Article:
Nikolay Aretov
Institute for Literature (Bulgarian Academy of Sciences)

Abstract: The Ottoman conquest of Constantinople was a critical event in the history of the Balkans, that left its profound imprint on the notions of Bulgarians of their past and of their self-image. Behind the seemingly unambiguous evaluation of this event – a defeat of Christendom that has to do with the fall of the Bulgarian Kingdom – an observer could trace one more complicated, ambivalent picture. The paper marks some of its premises:
A) The city was unsuccessfully attacked by Bulgarians several times in the past and they still think themselves through the prism of these wars.
B) Byzantines (Greeks) and Ottomans (Turks) are the traditional enemies in the Bulgarian national mythology. Their conflict and their interrelations as a whole generate different reactions, multiple plots.
C) In the nineteenth century when the foundations of Bulgarian nationalism were set up, Constantinople (Istanbul) was probably the city with the largest Bulgarian population and the stage for many of the important events in the Bulgarian society.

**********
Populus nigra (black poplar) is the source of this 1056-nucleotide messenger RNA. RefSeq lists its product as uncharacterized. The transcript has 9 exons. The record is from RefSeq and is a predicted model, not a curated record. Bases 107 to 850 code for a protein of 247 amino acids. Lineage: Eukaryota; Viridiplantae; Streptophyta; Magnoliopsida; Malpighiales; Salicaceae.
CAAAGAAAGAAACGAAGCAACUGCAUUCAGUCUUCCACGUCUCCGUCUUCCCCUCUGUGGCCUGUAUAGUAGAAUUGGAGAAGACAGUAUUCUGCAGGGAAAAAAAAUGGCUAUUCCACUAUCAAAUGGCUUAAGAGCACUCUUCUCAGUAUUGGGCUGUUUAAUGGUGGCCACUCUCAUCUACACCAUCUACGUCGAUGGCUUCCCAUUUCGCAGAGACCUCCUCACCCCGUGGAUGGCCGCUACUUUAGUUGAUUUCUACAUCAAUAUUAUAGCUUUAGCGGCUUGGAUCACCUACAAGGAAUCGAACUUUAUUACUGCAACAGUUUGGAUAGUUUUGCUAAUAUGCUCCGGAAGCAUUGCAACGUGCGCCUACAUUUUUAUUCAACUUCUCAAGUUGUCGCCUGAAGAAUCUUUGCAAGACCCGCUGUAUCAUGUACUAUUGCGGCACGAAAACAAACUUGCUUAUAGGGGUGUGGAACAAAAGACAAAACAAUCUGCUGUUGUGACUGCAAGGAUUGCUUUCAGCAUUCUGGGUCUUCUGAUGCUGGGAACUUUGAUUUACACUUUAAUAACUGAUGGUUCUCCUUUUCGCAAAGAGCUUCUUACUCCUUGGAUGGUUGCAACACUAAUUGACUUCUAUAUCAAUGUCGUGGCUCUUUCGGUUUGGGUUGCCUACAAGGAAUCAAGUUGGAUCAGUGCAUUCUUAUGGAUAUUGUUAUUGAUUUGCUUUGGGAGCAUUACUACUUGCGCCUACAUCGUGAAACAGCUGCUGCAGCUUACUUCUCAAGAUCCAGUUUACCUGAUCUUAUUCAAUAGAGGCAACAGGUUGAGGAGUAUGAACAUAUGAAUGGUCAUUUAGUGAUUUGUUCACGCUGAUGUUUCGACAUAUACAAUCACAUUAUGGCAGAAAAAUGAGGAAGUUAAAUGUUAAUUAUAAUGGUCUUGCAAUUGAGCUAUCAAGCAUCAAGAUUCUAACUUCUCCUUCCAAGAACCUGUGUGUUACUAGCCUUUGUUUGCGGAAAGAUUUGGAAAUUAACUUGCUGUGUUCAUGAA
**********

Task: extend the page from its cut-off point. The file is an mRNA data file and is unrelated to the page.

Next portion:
This paper offers а brief review of the main types of Bulgarian texts from the 19th and early 20th centuries dealing with the fall of Constantinople, comparing them with some Byzantine sources, with some Greek and other interpretations of this event and focuses on one not so popular dramatic work, written in verses by Svetoslav Milarov in the early 1870s. Here the ambivalent attitude of a part of Bulgarian society to the Ottoman conquest of Constantinople was more visible.

Keywords: Conquest of Constantinople, Bulgarian Nationalism, Bulgarian Literature, Svetoslav Milarov, Mental Geography, Historical Imagery